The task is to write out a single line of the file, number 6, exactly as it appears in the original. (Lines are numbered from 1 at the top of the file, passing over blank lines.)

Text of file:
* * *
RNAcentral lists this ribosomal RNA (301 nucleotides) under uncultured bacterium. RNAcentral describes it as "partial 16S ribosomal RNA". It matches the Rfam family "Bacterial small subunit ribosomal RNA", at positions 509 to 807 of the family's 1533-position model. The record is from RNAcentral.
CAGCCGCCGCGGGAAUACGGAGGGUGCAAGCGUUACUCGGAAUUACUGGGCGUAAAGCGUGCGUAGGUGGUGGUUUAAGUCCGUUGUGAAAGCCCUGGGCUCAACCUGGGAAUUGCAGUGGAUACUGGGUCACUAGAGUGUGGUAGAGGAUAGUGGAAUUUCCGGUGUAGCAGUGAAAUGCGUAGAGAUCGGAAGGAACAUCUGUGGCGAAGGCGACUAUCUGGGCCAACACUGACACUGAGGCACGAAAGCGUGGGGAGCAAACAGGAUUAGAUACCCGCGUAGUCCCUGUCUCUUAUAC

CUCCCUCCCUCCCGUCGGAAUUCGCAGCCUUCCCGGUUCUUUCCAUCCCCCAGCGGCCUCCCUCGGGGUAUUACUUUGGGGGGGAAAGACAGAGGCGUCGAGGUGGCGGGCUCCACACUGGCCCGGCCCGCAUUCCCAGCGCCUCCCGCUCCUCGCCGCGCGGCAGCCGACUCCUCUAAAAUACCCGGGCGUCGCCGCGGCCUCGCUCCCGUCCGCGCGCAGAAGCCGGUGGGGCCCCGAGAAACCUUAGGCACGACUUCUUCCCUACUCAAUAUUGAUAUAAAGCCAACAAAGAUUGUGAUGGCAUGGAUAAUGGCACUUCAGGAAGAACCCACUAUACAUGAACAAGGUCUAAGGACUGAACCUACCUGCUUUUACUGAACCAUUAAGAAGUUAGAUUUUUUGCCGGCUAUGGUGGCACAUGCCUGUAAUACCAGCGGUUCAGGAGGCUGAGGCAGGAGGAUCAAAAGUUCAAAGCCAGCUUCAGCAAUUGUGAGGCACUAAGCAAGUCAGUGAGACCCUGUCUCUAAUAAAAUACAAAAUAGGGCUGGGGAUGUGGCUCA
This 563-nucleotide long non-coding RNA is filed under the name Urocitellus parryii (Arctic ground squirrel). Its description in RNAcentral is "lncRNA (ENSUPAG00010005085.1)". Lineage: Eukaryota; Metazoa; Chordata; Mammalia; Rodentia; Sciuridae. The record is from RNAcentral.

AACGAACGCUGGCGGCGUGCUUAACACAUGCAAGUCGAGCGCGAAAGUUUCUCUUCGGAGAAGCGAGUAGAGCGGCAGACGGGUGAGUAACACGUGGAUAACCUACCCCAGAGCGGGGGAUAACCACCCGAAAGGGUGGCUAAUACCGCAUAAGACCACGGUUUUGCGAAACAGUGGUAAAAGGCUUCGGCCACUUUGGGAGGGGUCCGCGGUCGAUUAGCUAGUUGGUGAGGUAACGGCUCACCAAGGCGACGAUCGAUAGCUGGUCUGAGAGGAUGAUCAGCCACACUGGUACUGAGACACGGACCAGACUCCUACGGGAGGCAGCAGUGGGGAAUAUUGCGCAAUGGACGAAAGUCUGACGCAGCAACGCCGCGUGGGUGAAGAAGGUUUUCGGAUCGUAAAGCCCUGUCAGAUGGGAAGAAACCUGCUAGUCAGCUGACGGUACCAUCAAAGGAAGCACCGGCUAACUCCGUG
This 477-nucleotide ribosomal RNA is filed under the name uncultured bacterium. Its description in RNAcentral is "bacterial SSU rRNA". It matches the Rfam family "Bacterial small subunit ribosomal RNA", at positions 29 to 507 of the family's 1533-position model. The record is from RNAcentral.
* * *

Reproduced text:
This 477-nucleotide ribosomal RNA is filed under the name uncultured bacterium. Its description in RNAcentral is "bacterial SSU rRNA". It matches the Rfam family "Bacterial small subunit ribosomal RNA", at positions 29 to 507 of the family's 1533-position model. The record is from RNAcentral.